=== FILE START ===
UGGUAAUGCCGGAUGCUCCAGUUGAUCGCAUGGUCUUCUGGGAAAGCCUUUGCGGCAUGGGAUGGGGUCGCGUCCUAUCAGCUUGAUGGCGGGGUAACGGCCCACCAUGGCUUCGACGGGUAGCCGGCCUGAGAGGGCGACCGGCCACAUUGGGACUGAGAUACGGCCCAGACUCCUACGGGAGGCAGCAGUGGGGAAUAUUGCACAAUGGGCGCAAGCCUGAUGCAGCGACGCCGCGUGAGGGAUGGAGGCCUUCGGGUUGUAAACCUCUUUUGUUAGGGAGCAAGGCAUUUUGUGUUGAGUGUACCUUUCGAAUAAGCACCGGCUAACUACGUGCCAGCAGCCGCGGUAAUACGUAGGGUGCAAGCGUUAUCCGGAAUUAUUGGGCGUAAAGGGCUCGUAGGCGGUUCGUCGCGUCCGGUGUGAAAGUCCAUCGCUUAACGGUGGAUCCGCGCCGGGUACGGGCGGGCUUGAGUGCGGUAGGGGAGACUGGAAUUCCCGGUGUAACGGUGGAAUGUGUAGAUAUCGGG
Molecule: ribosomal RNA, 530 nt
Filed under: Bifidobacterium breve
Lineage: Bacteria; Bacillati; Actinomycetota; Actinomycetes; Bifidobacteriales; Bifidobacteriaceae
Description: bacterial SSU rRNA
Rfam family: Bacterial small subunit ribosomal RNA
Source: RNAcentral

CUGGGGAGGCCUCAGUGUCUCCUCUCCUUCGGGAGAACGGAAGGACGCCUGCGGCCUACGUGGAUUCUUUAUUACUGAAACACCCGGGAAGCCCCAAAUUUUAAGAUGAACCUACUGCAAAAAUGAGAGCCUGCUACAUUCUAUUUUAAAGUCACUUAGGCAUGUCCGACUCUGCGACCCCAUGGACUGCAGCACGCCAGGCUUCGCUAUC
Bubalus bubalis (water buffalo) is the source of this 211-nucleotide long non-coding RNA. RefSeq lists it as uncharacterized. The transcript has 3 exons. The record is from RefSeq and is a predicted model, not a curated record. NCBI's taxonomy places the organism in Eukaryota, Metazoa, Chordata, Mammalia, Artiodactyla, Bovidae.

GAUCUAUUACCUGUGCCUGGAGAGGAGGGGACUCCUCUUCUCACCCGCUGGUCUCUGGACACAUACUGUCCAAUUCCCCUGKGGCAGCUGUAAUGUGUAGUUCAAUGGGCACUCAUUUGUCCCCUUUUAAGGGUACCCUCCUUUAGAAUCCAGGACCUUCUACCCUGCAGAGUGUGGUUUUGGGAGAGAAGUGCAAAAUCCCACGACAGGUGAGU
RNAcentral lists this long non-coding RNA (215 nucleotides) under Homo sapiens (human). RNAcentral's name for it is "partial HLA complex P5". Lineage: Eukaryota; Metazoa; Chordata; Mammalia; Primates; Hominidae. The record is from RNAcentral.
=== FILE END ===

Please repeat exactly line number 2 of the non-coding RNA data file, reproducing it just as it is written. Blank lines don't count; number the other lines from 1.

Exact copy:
Molecule: ribosomal RNA, 530 nt